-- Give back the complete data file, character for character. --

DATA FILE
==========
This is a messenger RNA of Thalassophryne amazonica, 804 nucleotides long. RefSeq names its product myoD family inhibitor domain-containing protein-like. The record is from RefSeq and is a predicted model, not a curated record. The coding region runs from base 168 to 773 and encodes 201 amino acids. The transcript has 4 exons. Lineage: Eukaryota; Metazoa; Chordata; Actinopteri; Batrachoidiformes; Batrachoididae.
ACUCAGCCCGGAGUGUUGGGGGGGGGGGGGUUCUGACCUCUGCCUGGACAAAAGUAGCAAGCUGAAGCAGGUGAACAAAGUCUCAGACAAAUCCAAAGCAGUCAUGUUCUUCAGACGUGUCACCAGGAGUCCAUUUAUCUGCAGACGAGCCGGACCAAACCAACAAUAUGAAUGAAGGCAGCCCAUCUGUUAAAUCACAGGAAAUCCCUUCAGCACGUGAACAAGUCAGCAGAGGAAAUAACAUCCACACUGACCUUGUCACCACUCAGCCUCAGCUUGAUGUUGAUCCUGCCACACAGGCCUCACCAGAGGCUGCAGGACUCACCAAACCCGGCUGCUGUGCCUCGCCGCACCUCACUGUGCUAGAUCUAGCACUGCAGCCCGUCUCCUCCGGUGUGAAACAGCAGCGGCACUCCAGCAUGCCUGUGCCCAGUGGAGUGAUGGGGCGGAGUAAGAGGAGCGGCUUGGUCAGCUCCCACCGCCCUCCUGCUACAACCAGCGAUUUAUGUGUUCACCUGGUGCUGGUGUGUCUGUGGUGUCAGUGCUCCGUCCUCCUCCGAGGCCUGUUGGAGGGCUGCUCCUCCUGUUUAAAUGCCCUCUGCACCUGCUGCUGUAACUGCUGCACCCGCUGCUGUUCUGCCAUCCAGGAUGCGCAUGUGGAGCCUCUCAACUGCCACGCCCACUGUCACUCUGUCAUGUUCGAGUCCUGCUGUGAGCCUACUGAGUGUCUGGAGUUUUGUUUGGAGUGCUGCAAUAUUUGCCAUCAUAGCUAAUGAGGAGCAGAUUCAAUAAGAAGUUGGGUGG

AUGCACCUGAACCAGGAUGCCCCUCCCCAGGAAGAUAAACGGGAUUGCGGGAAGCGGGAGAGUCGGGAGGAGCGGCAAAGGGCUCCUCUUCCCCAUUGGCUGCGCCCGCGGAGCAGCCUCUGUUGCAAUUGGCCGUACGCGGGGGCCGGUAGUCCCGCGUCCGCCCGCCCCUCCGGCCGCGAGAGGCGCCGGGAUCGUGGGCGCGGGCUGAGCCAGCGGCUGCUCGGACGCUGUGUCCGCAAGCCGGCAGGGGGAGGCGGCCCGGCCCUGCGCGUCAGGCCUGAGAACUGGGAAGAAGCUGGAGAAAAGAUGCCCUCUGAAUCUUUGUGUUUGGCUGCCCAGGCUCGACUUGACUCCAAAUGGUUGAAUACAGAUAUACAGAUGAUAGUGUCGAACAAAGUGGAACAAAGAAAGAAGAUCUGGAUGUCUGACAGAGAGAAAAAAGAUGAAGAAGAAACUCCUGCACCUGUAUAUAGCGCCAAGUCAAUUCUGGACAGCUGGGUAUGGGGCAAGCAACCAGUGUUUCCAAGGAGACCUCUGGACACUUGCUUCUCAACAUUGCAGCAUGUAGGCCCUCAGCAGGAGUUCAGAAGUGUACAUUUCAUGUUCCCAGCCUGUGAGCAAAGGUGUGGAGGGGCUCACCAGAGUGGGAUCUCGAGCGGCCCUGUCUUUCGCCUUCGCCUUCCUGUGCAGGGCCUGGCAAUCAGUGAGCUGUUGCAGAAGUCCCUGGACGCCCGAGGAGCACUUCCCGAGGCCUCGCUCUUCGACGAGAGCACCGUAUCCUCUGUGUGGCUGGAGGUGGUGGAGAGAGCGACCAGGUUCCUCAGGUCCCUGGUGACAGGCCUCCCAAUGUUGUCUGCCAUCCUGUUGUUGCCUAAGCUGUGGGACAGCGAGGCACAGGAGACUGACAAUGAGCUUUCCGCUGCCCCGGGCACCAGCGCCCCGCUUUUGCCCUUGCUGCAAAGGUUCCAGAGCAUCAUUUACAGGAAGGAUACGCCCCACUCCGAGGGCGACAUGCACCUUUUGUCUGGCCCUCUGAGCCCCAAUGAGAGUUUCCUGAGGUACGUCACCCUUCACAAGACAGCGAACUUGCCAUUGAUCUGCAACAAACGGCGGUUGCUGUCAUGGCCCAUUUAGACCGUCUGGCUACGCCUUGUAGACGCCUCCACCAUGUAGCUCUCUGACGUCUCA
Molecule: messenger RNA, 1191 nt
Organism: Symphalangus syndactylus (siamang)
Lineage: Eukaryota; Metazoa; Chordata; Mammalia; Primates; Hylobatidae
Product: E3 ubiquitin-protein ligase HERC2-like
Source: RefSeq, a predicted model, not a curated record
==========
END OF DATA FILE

This is a messenger RNA of Thalassophryne amazonica, 804 nucleotides long. RefSeq names its product myoD family inhibitor domain-containing protein-like. The record is from RefSeq and is a predicted model, not a curated record. The coding region runs from base 168 to 773 and encodes 201 amino acids. The transcript has 4 exons. Lineage: Eukaryota; Metazoa; Chordata; Actinopteri; Batrachoidiformes; Batrachoididae.
ACUCAGCCCGGAGUGUUGGGGGGGGGGGGGUUCUGACCUCUGCCUGGACAAAAGUAGCAAGCUGAAGCAGGUGAACAAAGUCUCAGACAAAUCCAAAGCAGUCAUGUUCUUCAGACGUGUCACCAGGAGUCCAUUUAUCUGCAGACGAGCCGGACCAAACCAACAAUAUGAAUGAAGGCAGCCCAUCUGUUAAAUCACAGGAAAUCCCUUCAGCACGUGAACAAGUCAGCAGAGGAAAUAACAUCCACACUGACCUUGUCACCACUCAGCCUCAGCUUGAUGUUGAUCCUGCCACACAGGCCUCACCAGAGGCUGCAGGACUCACCAAACCCGGCUGCUGUGCCUCGCCGCACCUCACUGUGCUAGAUCUAGCACUGCAGCCCGUCUCCUCCGGUGUGAAACAGCAGCGGCACUCCAGCAUGCCUGUGCCCAGUGGAGUGAUGGGGCGGAGUAAGAGGAGCGGCUUGGUCAGCUCCCACCGCCCUCCUGCUACAACCAGCGAUUUAUGUGUUCACCUGGUGCUGGUGUGUCUGUGGUGUCAGUGCUCCGUCCUCCUCCGAGGCCUGUUGGAGGGCUGCUCCUCCUGUUUAAAUGCCCUCUGCACCUGCUGCUGUAACUGCUGCACCCGCUGCUGUUCUGCCAUCCAGGAUGCGCAUGUGGAGCCUCUCAACUGCCACGCCCACUGUCACUCUGUCAUGUUCGAGUCCUGCUGUGAGCCUACUGAGUGUCUGGAGUUUUGUUUGGAGUGCUGCAAUAUUUGCCAUCAUAGCUAAUGAGGAGCAGAUUCAAUAAGAAGUUGGGUGG

AUGCACCUGAACCAGGAUGCCCCUCCCCAGGAAGAUAAACGGGAUUGCGGGAAGCGGGAGAGUCGGGAGGAGCGGCAAAGGGCUCCUCUUCCCCAUUGGCUGCGCCCGCGGAGCAGCCUCUGUUGCAAUUGGCCGUACGCGGGGGCCGGUAGUCCCGCGUCCGCCCGCCCCUCCGGCCGCGAGAGGCGCCGGGAUCGUGGGCGCGGGCUGAGCCAGCGGCUGCUCGGACGCUGUGUCCGCAAGCCGGCAGGGGGAGGCGGCCCGGCCCUGCGCGUCAGGCCUGAGAACUGGGAAGAAGCUGGAGAAAAGAUGCCCUCUGAAUCUUUGUGUUUGGCUGCCCAGGCUCGACUUGACUCCAAAUGGUUGAAUACAGAUAUACAGAUGAUAGUGUCGAACAAAGUGGAACAAAGAAAGAAGAUCUGGAUGUCUGACAGAGAGAAAAAAGAUGAAGAAGAAACUCCUGCACCUGUAUAUAGCGCCAAGUCAAUUCUGGACAGCUGGGUAUGGGGCAAGCAACCAGUGUUUCCAAGGAGACCUCUGGACACUUGCUUCUCAACAUUGCAGCAUGUAGGCCCUCAGCAGGAGUUCAGAAGUGUACAUUUCAUGUUCCCAGCCUGUGAGCAAAGGUGUGGAGGGGCUCACCAGAGUGGGAUCUCGAGCGGCCCUGUCUUUCGCCUUCGCCUUCCUGUGCAGGGCCUGGCAAUCAGUGAGCUGUUGCAGAAGUCCCUGGACGCCCGAGGAGCACUUCCCGAGGCCUCGCUCUUCGACGAGAGCACCGUAUCCUCUGUGUGGCUGGAGGUGGUGGAGAGAGCGACCAGGUUCCUCAGGUCCCUGGUGACAGGCCUCCCAAUGUUGUCUGCCAUCCUGUUGUUGCCUAAGCUGUGGGACAGCGAGGCACAGGAGACUGACAAUGAGCUUUCCGCUGCCCCGGGCACCAGCGCCCCGCUUUUGCCCUUGCUGCAAAGGUUCCAGAGCAUCAUUUACAGGAAGGAUACGCCCCACUCCGAGGGCGACAUGCACCUUUUGUCUGGCCCUCUGAGCCCCAAUGAGAGUUUCCUGAGGUACGUCACCCUUCACAAGACAGCGAACUUGCCAUUGAUCUGCAACAAACGGCGGUUGCUGUCAUGGCCCAUUUAGACCGUCUGGCUACGCCUUGUAGACGCCUCCACCAUGUAGCUCUCUGACGUCUCA
Molecule: messenger RNA, 1191 nt
Organism: Symphalangus syndactylus (siamang)
Lineage: Eukaryota; Metazoa; Chordata; Mammalia; Primates; Hylobatidae
Product: E3 ubiquitin-protein ligase HERC2-like
Source: RefSeq, a predicted model, not a curated record